Illinois Supreme Court Authorizes Biometric Lawsuits Without Any Allegation of Harm–Rosenbach v. Six Flags
Six Flags, the amusement park operator, allegedly violated Illinois Biometric Privacy Statute by collecting a minor’s fingerprint without consent. The state appeals court held that plaintiff had to allege harm beyond the information collection without consent. The Illinois state supreme court reverses.
As alleged in the complaint, Alexander Rosenbach went on a field trip to Six Flags. His mom purchased a pass for him online and expected him to take care of the paperwork on the trip. Alexander was fingerprinted at Six Flags before he was issued a season pass. Upon his return, his mom asked him for the paperwork accompanying the pass, and he said it was all taken care of “by fingerprint now.” She sued on his behalf, alleging a violation of the Illinois biometric privacy act (BIPA). This statute requires disclosure and consent before biometric information is collected.
The court says that the Illinois legislature knows how to make clear their intent to limit standing to plaintiffs who suffered “actual damage” beyond a violation of rights bestowed by statute. The legislature did not reflect such an intent here. This biometric privacy statute is similar to the AIDS Confidentiality Act, another Illinois statute where the legislature said plaintiffs can sue by showing any violation of the statute.
The statute says anyone “aggrieved” may sue and doesn’t define the term further, so the court looks to its commonly accepted definition. A person is aggrieved when her “rights are invaded . . . or . . . pecuniary interest” adversely affected. This definition has been recognized numerous times by Illinois courts, and the legislature is presumed to know this definition.
The court also says that requiring additional harm beyond a statutory violation is at odds with the purpose of the statute, which gives individuals the right to control their biometric information by requiring notice and consent before collection. Collecting this information without consent frustrates this purpose:
This is no mere ‘technicality’. The injury is real and significant.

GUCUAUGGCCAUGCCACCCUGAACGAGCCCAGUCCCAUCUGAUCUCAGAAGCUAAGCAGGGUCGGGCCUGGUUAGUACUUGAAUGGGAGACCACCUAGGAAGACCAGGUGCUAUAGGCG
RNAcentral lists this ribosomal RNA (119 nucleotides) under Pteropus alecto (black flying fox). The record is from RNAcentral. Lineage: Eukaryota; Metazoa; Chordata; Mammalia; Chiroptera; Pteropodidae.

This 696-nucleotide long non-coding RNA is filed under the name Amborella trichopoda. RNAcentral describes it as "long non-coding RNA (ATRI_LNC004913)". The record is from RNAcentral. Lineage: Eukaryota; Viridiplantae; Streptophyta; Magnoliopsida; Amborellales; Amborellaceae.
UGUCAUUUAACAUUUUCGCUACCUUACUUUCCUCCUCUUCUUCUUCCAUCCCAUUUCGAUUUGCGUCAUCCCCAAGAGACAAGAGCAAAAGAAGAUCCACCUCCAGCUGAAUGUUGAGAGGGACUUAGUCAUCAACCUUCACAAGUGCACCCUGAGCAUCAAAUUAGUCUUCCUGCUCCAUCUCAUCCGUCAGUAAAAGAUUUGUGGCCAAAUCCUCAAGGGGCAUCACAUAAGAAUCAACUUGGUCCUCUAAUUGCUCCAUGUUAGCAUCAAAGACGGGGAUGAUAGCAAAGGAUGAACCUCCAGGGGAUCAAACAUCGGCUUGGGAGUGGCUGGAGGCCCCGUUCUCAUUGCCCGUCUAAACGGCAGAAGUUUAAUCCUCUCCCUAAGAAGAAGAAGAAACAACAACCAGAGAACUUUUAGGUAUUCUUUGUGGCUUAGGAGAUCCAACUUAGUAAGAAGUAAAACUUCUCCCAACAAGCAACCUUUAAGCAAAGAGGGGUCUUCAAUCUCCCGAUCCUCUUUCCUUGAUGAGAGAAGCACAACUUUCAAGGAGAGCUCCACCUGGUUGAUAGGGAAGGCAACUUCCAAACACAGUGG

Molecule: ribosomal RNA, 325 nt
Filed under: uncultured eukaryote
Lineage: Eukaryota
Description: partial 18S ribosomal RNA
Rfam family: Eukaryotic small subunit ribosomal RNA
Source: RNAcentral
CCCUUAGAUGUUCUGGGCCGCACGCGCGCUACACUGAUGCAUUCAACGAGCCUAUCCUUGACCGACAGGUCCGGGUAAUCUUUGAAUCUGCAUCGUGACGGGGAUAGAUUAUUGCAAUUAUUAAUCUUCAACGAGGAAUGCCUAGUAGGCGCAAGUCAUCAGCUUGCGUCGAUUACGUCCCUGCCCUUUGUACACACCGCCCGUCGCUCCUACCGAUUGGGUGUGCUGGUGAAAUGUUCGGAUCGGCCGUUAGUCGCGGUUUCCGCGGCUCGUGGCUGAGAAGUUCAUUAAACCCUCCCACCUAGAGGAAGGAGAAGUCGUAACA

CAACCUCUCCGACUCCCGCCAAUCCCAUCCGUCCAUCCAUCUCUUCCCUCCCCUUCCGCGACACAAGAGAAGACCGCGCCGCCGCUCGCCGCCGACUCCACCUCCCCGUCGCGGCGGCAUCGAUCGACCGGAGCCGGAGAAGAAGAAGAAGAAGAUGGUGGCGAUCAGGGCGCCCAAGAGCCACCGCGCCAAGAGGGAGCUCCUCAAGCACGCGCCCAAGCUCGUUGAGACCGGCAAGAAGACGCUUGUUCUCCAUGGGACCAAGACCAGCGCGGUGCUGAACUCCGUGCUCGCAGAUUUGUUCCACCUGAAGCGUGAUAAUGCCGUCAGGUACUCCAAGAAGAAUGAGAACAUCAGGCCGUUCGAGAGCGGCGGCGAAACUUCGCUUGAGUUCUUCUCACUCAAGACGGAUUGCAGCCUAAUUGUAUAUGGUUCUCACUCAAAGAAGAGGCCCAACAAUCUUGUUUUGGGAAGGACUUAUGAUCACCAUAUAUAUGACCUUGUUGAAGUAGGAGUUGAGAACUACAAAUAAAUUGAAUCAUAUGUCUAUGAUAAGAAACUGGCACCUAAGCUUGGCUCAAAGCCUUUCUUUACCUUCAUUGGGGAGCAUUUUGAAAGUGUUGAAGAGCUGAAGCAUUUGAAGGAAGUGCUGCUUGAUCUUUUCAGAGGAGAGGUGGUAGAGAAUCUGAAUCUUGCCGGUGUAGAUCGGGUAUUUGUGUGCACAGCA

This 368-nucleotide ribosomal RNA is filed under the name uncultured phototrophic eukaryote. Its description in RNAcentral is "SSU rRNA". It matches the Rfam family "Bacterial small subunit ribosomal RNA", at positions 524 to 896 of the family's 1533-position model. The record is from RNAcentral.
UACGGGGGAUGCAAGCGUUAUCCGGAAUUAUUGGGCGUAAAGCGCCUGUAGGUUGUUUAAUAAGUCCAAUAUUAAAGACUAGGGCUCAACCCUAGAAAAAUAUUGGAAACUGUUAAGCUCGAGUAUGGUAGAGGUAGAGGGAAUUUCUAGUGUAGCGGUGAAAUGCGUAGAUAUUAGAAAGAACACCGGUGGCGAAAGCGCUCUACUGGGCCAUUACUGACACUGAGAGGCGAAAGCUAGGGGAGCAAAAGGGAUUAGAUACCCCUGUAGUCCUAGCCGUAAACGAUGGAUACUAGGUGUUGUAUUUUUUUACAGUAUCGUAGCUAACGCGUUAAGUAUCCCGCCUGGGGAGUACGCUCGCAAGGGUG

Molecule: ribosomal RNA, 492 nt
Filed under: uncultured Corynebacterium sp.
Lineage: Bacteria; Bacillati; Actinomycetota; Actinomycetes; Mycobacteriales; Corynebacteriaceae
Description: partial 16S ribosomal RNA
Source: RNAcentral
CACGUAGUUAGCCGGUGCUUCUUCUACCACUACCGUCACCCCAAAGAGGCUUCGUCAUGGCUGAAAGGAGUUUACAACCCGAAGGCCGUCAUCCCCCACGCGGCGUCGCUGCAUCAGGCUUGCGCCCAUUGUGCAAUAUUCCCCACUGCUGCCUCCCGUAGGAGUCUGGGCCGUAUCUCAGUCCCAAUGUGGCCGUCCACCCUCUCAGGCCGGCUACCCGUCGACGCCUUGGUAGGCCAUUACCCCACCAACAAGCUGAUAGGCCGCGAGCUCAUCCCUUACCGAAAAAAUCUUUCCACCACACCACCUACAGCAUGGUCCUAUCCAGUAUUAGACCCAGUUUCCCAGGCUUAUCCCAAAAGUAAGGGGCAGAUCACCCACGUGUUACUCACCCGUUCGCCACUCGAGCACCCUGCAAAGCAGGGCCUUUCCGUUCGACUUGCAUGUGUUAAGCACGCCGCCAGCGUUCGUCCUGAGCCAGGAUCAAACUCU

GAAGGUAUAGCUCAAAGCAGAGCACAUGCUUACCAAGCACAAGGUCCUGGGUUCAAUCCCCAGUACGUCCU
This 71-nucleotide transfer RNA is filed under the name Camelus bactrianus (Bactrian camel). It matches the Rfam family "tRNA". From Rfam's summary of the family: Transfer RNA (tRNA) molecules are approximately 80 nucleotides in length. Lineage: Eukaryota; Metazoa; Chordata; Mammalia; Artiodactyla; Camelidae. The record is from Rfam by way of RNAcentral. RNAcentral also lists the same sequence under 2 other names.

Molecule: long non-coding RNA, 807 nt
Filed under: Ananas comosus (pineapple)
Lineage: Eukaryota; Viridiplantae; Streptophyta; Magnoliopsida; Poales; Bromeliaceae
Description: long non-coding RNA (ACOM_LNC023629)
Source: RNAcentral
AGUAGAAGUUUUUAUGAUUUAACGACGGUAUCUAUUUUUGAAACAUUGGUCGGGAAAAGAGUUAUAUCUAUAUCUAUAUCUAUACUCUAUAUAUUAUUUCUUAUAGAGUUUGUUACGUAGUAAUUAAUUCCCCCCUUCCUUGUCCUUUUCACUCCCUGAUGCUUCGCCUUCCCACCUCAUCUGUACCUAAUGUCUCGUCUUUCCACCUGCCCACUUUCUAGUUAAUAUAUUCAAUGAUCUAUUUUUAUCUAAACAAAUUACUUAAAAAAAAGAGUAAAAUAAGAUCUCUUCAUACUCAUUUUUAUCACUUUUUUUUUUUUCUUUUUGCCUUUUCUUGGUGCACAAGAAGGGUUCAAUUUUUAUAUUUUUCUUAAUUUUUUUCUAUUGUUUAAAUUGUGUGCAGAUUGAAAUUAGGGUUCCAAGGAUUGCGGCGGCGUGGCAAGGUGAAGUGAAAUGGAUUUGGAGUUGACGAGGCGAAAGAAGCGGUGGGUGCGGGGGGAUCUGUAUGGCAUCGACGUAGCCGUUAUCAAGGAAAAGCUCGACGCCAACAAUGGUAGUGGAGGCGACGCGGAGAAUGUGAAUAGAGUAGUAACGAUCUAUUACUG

The court also cites to the growing trend of collection and use by companies of biometric information. The court also notes that the only enforcement mechanism in the statute is a private right of action. And compliance “should not be difficult.”
Eric blogged about Google’s Article III win in a face-scanning case last month (Rivera v. Google). The plaintiffs have refiled in state court. This decision clears that lawsuit to proceed without standing problems. Apparently, Illinois courts do not have an Article III-like limitation on standing.
The Illinois BIPA statute has become the bane of tech companies. The court also notes a Facebook case that reached a similar conclusion. I blogged the trial court’s denial of Facebook’s summary judgment ruling in that case. Since that blog post, the Ninth Circuit granted Facebook’s request for discretionary appeal, staving off trial for the moment.
It appears from the pleadings that Six Flags did not have any documentation at all relating to the season pass. The opinion alludes to an online purchase, but there is no discussion of any accompanying terms. One wonders what the outcome would be if users had an online sign up with a click-through disclosure and consent. Setting aside capacity to contract for minors, is that sufficient to inform the subject and constitute the “written consent” that is required? Privacy statutes often require consent, and to my knowledge no case has really dug into whether consent in a terms of service (even one that the person affirmatively consents to) is sufficient.
Interestingly, the statute was passed in 2008.
See also: EFF’s post on the case. (EFF and others filed a brief in support of plaintiffs.)
Eric’s Comments: As Venkat indicates, BIPA was passed in a different technological era, and it now casts a long and not-always-welcome shadow over a wide range of technological innovations. That could indicate that the BIPA drafters and Illinois legislature did a good job foreseeing the future, or it could indicate that BIPA was premature, drafted before we really understood biometric data and the potential social benefits–and challenges–of using that data.
Unless some of the other pending federal courts erase any Article III limits, this ruling virtually ensures that future BIPA litigation will likely take place exclusively in Illinois state court. Why would a plaintiff want to risk an Article III dismissal in federal court when it’s completely bypassable?
The court casually makes an unsupported factual claim that it would have been easy for Six Flags to get consent. I’d love to stress-test this assumption. Why is Six Flags relying on biometric data in the first place? Maybe it’s essential, or maybe it’s a frivolous convenience. How would Six Flags get consent from both the child and parent in this situation? Why didn’t they try? We know that in the photo facial recognition cases, it’s effectively impossible for the online services to get consent from third parties depicted in the images who aren’t in privity with the online services. If that fact had been before the Illinois Supreme Court, would it have still claimed that getting consent is easy?
Case citation: Rosenbach v. Six Flags Entertainment Corp., 2019 IL 123186 (Jan 25, 2019)
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